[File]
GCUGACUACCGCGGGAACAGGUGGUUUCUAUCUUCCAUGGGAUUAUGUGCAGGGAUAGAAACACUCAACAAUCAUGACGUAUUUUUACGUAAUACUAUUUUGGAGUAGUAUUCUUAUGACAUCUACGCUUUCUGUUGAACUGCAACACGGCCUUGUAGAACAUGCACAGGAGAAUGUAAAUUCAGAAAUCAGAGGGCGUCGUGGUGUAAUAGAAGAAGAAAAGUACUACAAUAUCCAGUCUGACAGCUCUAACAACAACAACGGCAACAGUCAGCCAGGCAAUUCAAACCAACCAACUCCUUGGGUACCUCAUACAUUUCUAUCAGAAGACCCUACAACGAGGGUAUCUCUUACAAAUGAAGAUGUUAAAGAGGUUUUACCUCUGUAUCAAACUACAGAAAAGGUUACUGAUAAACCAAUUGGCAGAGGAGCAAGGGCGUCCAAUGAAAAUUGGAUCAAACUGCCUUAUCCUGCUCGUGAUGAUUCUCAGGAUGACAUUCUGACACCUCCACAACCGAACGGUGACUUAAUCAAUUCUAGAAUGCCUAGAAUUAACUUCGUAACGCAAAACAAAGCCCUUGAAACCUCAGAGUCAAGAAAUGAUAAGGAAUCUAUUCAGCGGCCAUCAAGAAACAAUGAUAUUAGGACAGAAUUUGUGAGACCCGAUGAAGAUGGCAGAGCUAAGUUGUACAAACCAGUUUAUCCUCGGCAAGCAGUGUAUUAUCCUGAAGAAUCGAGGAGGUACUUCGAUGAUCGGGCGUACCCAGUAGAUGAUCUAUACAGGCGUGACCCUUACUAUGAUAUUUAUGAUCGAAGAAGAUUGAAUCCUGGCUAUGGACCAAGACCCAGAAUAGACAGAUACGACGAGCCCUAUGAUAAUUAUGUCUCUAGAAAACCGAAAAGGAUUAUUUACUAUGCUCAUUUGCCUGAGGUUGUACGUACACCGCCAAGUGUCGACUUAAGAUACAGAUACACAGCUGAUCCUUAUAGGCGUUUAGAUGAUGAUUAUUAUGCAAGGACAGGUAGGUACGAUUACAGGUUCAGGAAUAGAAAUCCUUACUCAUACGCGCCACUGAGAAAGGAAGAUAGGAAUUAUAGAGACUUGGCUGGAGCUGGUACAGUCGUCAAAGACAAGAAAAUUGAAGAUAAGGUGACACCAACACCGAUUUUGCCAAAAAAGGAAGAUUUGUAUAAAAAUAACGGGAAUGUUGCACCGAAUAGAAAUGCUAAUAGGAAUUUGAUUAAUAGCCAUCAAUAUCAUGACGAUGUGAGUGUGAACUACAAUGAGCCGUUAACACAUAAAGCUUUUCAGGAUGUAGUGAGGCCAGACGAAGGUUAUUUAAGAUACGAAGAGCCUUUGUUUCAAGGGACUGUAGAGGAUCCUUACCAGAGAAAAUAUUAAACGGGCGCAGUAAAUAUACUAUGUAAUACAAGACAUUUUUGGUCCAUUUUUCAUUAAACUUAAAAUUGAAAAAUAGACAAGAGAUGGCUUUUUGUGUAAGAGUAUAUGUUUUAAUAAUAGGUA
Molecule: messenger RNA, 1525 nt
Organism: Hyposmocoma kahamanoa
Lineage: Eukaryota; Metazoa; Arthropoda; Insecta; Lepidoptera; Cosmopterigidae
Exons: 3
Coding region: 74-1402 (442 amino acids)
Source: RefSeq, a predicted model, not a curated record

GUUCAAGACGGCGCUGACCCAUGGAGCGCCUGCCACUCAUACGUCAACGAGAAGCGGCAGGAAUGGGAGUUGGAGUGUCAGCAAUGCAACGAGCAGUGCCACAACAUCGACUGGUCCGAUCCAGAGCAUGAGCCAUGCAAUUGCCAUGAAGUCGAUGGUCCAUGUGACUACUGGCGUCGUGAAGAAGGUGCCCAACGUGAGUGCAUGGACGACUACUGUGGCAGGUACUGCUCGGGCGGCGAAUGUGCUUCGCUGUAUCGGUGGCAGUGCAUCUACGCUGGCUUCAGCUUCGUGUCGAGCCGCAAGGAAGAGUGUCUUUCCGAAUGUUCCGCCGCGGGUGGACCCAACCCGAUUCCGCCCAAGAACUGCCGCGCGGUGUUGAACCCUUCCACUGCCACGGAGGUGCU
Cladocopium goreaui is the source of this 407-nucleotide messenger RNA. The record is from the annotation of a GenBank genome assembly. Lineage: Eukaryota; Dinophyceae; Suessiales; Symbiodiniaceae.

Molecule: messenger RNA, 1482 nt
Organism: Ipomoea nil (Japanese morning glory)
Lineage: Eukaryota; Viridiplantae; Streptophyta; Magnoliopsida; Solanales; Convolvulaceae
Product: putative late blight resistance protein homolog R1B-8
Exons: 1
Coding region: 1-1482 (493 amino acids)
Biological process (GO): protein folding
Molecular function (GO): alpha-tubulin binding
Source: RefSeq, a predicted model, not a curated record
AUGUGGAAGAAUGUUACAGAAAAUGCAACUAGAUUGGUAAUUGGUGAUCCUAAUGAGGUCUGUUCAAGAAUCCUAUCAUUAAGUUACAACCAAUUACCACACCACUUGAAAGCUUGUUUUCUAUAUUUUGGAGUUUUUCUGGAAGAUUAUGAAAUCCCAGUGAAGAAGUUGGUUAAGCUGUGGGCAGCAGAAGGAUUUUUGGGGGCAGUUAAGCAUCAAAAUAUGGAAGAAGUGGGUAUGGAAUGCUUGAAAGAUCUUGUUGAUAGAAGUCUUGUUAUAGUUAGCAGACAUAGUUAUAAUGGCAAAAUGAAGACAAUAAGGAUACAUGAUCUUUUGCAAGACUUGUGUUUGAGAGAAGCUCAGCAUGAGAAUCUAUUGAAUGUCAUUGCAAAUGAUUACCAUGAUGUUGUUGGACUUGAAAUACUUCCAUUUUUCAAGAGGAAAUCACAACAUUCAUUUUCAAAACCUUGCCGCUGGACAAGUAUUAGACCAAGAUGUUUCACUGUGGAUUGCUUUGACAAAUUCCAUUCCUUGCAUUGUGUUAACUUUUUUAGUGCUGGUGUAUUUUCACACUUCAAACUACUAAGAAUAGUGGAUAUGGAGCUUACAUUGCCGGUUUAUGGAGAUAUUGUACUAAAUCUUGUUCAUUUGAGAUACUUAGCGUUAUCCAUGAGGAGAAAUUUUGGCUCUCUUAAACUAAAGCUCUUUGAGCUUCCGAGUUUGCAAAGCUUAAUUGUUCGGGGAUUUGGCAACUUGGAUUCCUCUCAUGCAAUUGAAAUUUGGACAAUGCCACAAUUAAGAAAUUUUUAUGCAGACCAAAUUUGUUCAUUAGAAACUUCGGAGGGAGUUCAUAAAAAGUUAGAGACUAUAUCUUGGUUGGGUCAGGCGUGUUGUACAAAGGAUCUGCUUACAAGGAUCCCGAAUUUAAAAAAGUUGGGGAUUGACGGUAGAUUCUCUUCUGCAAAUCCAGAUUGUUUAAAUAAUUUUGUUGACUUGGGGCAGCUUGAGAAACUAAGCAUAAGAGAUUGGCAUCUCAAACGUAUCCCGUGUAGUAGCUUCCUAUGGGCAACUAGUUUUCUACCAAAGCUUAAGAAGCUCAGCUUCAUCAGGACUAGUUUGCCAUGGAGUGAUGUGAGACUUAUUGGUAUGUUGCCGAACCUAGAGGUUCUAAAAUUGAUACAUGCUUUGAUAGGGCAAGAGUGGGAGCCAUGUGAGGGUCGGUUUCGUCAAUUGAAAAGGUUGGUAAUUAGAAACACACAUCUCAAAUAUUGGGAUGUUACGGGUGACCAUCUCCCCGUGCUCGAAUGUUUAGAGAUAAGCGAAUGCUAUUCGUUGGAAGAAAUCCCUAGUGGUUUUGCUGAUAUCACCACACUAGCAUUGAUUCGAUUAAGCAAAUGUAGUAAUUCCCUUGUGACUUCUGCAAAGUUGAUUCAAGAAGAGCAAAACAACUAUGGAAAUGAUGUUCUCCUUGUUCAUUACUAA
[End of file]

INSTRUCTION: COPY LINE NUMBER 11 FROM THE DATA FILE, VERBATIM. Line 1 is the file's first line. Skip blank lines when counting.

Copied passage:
Organism: Ipomoea nil (Japanese morning glory)